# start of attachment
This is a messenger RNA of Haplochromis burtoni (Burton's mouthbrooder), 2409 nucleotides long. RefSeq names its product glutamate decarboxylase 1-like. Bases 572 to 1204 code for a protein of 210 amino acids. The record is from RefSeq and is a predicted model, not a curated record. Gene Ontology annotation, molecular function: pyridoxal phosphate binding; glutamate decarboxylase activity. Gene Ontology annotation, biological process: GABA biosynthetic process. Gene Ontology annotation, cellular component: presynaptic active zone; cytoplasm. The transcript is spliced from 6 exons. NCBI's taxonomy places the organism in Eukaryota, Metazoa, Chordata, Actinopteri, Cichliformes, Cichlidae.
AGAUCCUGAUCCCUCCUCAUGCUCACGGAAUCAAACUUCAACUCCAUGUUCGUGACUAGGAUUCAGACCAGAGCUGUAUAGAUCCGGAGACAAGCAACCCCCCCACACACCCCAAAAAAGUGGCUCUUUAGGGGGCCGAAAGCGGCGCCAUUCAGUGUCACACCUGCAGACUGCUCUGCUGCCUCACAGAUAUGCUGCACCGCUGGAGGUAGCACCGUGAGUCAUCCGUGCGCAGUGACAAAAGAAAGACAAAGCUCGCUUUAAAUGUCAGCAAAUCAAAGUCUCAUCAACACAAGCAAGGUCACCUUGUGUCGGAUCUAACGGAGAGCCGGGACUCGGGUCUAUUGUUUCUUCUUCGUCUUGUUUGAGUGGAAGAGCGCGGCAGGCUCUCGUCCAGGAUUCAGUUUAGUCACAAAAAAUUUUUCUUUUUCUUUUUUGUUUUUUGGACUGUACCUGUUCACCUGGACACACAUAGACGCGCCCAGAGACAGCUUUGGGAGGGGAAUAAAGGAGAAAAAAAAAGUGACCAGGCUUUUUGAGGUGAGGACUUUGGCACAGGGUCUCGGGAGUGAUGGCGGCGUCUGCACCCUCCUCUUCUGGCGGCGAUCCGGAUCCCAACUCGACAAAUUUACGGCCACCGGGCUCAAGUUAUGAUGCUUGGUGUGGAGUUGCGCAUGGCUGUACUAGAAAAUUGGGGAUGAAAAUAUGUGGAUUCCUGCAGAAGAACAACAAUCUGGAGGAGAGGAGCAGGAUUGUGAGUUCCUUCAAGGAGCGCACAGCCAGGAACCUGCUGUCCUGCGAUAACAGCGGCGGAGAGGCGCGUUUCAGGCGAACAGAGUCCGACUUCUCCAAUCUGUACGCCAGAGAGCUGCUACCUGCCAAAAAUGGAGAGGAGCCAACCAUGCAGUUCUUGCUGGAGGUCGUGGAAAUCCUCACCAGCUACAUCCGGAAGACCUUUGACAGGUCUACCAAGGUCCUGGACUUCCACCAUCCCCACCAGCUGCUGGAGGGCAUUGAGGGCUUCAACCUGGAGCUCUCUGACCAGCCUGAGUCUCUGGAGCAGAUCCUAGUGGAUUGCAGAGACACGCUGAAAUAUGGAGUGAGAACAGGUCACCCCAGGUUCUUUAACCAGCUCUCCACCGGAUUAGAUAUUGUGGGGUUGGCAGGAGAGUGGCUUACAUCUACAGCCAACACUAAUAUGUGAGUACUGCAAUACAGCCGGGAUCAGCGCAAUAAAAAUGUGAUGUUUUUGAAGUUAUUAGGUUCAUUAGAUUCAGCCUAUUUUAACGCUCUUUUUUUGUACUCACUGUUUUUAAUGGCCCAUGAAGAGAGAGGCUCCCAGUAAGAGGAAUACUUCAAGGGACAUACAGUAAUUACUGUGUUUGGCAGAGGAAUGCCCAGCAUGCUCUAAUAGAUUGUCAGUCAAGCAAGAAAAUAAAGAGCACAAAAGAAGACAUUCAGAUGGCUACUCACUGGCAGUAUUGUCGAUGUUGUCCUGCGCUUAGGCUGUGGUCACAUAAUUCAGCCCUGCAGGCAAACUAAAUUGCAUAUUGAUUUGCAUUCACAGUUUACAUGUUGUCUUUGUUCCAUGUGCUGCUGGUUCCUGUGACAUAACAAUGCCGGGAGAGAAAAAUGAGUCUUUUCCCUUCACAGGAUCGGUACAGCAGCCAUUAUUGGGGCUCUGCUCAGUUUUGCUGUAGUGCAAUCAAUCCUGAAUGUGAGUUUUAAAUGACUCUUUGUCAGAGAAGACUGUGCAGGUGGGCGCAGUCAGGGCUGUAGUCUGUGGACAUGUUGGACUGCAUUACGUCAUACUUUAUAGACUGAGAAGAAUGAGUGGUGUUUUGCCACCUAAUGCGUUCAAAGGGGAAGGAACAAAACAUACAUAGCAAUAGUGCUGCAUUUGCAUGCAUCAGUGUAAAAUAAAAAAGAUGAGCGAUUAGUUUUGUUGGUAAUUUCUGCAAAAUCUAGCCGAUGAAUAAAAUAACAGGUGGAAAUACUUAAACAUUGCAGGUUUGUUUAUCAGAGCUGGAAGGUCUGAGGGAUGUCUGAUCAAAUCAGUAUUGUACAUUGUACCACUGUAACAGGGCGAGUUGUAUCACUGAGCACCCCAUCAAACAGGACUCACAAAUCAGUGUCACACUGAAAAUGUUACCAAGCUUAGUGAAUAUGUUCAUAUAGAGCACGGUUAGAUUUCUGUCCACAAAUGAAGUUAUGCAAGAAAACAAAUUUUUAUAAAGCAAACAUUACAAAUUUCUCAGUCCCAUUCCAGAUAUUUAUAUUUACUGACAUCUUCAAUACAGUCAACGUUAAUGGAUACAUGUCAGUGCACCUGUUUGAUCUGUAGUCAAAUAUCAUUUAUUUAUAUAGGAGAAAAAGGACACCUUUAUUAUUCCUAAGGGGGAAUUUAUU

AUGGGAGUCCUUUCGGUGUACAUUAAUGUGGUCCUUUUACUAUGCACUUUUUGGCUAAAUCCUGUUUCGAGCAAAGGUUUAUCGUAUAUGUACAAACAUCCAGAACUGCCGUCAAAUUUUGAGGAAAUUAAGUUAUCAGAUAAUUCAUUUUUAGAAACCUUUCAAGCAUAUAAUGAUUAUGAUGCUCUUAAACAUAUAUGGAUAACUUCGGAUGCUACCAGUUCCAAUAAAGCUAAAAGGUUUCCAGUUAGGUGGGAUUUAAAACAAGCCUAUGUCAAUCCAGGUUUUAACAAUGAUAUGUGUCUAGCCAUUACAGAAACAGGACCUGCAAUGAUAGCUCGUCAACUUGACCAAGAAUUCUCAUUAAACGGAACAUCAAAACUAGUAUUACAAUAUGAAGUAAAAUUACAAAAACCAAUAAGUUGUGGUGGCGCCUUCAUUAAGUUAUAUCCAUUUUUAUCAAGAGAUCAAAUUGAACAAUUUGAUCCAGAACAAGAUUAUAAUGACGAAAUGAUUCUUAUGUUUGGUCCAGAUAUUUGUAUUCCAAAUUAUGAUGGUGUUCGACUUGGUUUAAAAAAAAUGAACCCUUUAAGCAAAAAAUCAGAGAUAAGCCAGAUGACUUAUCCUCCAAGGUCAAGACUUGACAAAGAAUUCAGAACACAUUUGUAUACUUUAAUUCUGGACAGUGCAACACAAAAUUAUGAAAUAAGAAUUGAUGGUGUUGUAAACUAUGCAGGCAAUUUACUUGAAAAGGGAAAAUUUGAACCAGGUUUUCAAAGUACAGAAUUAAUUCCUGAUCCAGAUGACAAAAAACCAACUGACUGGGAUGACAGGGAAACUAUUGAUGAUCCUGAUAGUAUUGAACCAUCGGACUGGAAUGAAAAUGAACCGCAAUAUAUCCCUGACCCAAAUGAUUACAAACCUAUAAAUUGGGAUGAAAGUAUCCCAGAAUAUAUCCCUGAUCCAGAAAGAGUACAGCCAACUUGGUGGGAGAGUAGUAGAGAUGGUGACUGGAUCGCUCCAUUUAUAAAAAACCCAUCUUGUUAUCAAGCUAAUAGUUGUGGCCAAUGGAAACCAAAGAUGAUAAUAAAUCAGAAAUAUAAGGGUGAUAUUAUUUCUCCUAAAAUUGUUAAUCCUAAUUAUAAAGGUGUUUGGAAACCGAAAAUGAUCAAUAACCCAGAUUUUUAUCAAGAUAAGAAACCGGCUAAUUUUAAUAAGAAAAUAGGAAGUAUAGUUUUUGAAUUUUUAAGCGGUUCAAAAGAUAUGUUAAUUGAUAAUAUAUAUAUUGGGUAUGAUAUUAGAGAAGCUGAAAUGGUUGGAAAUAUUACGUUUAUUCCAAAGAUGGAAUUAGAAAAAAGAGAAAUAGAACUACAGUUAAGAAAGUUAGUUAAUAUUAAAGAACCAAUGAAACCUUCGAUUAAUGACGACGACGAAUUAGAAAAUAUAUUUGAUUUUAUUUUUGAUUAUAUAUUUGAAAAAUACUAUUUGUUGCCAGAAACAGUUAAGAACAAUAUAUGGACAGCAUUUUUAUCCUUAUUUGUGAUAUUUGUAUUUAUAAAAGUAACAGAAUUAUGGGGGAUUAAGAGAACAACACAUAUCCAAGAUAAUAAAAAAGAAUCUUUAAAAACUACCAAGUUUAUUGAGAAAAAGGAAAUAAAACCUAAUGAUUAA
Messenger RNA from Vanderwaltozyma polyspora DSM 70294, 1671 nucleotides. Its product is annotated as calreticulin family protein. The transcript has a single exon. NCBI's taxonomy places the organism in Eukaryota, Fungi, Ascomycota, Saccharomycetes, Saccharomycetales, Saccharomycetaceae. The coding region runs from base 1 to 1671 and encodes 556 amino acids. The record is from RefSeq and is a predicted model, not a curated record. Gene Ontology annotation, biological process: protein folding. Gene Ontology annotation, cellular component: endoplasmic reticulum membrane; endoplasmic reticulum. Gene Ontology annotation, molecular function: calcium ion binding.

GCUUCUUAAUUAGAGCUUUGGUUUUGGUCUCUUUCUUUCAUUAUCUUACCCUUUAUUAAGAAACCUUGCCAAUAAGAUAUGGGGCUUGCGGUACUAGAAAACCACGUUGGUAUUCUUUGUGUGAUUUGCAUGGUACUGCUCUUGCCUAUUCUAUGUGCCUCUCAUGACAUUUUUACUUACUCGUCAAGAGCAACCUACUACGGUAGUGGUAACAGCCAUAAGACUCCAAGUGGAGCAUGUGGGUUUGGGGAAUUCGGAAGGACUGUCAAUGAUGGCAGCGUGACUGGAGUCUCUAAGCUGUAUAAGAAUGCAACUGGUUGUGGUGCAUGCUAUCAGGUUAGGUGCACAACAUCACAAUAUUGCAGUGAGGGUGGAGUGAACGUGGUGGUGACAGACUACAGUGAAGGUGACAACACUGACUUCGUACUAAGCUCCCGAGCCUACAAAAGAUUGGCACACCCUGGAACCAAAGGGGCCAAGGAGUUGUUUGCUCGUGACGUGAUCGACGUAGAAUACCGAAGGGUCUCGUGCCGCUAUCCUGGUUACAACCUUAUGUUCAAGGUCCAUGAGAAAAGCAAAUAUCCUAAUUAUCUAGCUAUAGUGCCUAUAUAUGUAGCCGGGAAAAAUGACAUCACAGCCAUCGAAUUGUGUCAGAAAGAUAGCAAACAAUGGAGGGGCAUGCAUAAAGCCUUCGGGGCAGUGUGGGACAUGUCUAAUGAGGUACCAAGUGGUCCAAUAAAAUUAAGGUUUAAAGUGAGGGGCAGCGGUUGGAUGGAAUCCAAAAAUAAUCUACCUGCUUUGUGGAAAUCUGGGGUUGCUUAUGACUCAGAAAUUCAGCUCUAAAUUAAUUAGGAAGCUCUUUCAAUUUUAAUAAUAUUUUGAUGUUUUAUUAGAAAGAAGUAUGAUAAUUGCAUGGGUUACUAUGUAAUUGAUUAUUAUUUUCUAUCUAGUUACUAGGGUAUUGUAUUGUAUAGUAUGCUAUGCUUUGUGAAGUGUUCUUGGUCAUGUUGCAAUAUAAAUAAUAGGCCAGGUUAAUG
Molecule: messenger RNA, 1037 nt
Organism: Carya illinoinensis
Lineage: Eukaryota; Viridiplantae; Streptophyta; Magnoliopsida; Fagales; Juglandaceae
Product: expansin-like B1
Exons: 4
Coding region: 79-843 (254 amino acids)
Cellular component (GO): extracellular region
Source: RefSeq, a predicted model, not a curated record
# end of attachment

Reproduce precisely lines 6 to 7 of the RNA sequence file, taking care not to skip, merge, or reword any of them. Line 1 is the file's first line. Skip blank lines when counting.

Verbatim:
Molecule: messenger RNA, 1037 nt
Organism: Carya illinoinensis